Some constructors complain that their DIY power amps produce humming or buzzing noises in their speakers, so apart from using the steel tank for the main transformer I did anything I could think of to reduce the chances.  For example, where any signal wire had to cross a power cable I spaced them and ensured that they passed close to a right-angle.  Also, the mains AC had to come from the back panel IEC/EMI filter to the front power switch, so I used some Belden shielded mains cable and tied its drain wire to the chassis at the common grounding point under the power supply filter caps:

And to suppress any switching noise from the bridge rectifier I did the usual thing with X2 PP 100nF caps on piggyback lugs:

Testing and calibration:

The power supply was first tested before connection to the amplifier modules.  The soft start and mute modules worked fine and rail voltage measured at ±35V, but there was a slight noise in the auxiliary transformer, so I shut it up with these rubber “engine mounts”:

Then, rather than testing the amplifier modules immediately with the ±35V rails and “safety resistors”, I decided to buy an old dual output bench power supply to slowly ramp up the voltage to the modules with current limited to around 100 mA (with the bias current trimmers turned right down on each module).

Bird woofer ↑.  That 22Kg beast (the bench supply :smile:) is great because not only does it look like it came out of the Time Tunnel complex, but its two supplies can be set up (by adding straps and resistors across the rear barrier strips) as Master with an auto-tracking Slave :shock:.  With these connected in “Auto Series” configuration –  in which a common ground (zero volt line) is provided between them –  the Slave output provides a negative voltage which tracks the magnitude of the positive voltage at the Master supply output.  :mrgreen:

With those wires ↑ connected to each amp module in turn and the voltage slowly increased to 35V, there was no current over-draw (i.e. it made it to 35V within the set 100 mA limit) and each amplifier’s output was near enough to zero.  Great – no shorts or mistakes so far. 🙂  I then installed the modules along with their heat sinks into the chassis, connected them to the permanent supply and followed ESP’s instructions to adjust the quiescent current to 100 mA.  The DC offset at the right channel output measured an incredibly low 6.3  mV (target was 100), and the left measured a miserly 17  mV.  No dramas at all.  🙂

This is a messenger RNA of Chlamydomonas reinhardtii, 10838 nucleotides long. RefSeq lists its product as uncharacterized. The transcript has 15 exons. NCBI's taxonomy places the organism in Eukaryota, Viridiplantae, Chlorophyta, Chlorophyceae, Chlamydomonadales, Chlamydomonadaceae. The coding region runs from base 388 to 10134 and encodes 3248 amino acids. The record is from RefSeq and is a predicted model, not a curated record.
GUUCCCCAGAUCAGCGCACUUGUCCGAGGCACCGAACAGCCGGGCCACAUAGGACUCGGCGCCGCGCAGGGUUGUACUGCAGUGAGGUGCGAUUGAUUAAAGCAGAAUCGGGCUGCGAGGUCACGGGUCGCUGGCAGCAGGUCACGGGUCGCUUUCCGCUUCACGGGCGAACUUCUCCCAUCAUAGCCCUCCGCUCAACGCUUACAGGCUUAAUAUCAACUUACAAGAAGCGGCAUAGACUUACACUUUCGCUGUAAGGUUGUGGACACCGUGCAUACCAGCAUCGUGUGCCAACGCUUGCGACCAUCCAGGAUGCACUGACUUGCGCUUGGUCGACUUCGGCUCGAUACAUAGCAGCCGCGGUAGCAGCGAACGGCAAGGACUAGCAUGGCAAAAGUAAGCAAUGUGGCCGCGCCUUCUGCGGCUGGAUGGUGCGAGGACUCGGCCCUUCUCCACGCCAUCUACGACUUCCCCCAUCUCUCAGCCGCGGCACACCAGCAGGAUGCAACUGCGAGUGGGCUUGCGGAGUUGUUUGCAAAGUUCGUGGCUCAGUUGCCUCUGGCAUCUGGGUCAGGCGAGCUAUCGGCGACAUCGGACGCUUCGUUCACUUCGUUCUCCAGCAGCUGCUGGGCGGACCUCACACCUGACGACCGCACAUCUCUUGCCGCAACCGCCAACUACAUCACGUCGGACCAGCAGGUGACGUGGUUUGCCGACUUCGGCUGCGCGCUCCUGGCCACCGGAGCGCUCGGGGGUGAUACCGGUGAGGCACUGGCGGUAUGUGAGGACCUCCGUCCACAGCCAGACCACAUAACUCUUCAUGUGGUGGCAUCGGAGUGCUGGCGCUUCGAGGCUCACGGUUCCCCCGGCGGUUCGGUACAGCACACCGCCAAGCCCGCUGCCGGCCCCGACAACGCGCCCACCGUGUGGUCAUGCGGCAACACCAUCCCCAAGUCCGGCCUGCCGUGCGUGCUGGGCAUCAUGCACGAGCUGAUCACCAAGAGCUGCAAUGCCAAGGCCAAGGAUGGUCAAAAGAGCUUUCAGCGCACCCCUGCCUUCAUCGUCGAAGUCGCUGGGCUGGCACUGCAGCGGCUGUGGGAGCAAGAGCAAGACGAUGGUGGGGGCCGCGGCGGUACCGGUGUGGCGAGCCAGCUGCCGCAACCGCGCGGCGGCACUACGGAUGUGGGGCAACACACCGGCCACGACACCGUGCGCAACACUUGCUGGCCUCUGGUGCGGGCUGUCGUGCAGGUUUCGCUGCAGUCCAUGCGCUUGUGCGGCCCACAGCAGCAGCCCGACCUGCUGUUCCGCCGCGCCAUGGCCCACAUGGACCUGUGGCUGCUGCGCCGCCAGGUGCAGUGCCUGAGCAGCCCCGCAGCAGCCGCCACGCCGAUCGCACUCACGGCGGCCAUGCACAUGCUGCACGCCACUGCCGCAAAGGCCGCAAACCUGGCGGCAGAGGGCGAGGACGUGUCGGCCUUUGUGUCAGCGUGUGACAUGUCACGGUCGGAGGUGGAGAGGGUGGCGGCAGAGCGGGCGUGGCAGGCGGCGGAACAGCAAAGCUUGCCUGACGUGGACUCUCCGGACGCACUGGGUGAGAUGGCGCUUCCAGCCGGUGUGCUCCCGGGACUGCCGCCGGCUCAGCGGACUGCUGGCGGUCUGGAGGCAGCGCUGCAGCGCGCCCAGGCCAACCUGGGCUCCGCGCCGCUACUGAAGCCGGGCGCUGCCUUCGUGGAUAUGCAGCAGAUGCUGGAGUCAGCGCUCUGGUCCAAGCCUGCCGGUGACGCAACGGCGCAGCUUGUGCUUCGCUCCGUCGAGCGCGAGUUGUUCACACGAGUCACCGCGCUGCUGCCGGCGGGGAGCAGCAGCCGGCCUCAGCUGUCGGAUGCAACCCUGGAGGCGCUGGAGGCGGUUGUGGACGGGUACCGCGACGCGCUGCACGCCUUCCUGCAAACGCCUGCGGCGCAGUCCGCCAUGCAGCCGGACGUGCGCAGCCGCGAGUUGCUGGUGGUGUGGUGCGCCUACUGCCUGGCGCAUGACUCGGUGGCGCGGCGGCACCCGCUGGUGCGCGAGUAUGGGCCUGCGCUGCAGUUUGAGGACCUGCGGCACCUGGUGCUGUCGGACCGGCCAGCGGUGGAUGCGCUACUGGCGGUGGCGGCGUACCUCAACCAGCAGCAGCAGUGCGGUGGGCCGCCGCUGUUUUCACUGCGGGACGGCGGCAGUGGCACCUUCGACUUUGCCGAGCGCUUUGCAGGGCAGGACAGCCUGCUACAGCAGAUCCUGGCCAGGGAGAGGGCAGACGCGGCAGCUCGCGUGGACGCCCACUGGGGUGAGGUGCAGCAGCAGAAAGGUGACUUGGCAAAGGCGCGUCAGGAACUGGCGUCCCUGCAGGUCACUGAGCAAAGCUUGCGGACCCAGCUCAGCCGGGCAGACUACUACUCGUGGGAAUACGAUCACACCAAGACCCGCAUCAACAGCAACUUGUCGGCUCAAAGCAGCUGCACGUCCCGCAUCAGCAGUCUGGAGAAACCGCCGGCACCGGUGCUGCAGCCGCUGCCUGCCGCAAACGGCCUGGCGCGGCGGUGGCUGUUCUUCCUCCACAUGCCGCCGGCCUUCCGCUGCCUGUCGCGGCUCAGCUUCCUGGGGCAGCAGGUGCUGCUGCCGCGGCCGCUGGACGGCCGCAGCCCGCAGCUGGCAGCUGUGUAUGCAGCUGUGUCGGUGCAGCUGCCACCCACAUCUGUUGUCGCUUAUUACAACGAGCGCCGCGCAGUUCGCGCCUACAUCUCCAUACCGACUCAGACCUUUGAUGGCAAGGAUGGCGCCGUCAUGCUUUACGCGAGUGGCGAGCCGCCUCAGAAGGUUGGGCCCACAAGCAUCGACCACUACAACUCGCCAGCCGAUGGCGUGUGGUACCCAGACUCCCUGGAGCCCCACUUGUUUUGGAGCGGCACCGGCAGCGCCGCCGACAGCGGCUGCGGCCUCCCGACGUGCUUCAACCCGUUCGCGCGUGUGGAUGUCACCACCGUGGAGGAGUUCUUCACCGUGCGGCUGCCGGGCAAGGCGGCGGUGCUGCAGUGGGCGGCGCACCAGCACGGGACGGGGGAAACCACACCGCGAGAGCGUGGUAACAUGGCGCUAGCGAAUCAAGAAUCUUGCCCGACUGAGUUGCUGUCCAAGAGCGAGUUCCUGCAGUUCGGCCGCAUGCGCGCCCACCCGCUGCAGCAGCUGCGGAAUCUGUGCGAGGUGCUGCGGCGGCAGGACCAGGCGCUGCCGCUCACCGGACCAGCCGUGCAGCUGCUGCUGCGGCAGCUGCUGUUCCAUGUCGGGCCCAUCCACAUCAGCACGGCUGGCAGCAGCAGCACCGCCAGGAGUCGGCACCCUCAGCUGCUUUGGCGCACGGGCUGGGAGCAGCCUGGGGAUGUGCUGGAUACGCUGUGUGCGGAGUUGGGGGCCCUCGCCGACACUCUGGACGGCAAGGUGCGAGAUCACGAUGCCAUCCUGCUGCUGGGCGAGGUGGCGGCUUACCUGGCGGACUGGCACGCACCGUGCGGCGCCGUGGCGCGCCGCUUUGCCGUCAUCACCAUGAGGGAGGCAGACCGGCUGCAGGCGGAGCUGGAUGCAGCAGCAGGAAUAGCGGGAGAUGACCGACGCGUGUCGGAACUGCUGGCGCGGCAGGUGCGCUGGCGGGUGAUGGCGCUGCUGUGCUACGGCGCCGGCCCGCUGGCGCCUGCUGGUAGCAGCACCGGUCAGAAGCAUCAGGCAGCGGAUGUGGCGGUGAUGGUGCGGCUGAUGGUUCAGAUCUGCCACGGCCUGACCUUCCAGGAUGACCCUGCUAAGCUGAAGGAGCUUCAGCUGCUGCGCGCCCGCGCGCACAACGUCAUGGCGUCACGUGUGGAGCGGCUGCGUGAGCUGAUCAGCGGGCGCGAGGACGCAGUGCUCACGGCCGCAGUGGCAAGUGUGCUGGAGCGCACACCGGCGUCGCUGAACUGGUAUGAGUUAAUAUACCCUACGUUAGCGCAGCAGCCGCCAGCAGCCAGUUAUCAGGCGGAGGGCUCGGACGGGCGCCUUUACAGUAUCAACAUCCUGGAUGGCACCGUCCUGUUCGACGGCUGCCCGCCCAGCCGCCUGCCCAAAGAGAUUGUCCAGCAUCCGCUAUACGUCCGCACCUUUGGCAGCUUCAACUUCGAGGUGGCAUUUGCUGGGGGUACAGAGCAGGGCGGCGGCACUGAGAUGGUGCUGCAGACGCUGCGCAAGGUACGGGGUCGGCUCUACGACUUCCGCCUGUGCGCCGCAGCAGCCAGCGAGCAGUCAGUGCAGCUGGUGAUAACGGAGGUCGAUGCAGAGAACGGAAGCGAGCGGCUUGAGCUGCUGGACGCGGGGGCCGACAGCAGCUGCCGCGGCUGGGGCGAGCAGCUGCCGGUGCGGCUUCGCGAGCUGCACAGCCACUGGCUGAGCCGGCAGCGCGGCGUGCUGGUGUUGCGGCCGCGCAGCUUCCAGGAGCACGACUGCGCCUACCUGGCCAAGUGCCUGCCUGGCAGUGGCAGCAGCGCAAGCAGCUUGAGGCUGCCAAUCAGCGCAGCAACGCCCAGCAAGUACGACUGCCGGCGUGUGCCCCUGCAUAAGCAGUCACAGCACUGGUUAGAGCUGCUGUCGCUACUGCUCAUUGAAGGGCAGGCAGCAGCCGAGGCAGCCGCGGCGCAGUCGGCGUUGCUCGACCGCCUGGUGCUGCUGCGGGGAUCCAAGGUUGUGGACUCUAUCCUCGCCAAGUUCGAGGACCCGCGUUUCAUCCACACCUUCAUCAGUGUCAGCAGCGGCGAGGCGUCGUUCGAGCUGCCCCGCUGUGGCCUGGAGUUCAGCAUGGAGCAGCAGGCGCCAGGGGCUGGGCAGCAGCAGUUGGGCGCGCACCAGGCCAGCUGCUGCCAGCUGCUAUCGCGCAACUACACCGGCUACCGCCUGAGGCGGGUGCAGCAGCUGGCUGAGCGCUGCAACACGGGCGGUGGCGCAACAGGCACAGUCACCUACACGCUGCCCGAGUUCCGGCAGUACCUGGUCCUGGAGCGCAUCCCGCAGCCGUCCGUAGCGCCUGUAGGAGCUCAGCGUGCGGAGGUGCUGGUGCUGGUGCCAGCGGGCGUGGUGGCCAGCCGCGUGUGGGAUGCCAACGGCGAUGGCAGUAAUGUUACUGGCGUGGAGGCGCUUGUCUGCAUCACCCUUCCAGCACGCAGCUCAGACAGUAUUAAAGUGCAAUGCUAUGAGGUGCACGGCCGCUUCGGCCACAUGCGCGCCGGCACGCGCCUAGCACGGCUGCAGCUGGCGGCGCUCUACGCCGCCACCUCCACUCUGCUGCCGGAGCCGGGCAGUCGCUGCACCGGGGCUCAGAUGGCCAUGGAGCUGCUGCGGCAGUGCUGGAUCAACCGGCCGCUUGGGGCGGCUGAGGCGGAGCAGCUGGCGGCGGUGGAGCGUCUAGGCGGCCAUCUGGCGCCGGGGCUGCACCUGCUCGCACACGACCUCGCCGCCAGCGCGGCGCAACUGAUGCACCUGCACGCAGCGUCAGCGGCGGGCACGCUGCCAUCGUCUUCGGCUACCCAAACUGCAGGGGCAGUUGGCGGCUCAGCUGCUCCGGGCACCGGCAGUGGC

The finished amplifier (and scene stealer again):

The amp is to partner with this Class-A tweeter amp so the Chinese knock-off chassis is identical – with the exception of the ridiculously “borrowed” German brand logo which wouldn’t convince anyone, but I left it in place this time as it looks pretty. 😎 Please excuse the pixilation – I didn’t want to upset the trademark owner.  😛

.. and the back:

That may look like a can of spaghetti electrics, but it is actually very carefully laid out (more or less). 🙂

Listening impressions:

OK I have not listened to it full range, but as a test, I installed it after the active crossover in the upstairs system to power the midrange and tweeters (150 Hz up) and what an astonishing surprise  –  this amplifier sounds seriously convincing – as good as or better than any brand name solid state amplifier that I have heard.  It is more revealing than the earlier Class-A amp, and not near as laid back.  It’s better than the little C-J valve amp that I used to like and with a wonderful sharpness and bite on the music.  I can only imagine how good it will sound on a fully active system!

And after half a day of continuous playing the heatsinks are cold.  Very happy indeed. 🙂

Next project will be a near-repeat of this one, but based on ESP project P3B – a true 25 Watt Class-A amplifier (now here).

 

Foot Note:  A big thank you to the guys on the ESP forum for pointers along the way while constructing this thing! 😀
 
 
 
 
 
 

6 thoughts on “Class-AB Midrange Amplifier

  1. Once again very nice! I am starting to detect some attention to detail over aesthetics in this one. Pity Rod did not allow for those bypass caps since there is space just above the other one. Hope your brother is happy as he should be.

  2. Thanks Craig. My guess is that the board layout might have been compromised for the standard (non-cut) version as a long jumper wire had to extend right down to “gnd” on one half. Provision for this link would have to be made as it crosses two wide power supply tracks. And really the output transisors run so cool that cutting and mounting on two heatsinks is unnecessary. I only did it as I had that chassis at hand. Thanks for your nice comment. 😀

  3. Dear Ian, you have very taste in laying the project that you build . I consider you as an expert in building Solid State gear . Congratulation once again. Regards Elson .

  4. Thank you Elson! Of course my work cannot compare with your valve amplifiers. You are always very kind to me. 🙂

  5. That’s a German stainless steel vandal proof 250V double pole latching type switch made by Schurter and is available from RS as well as Element14.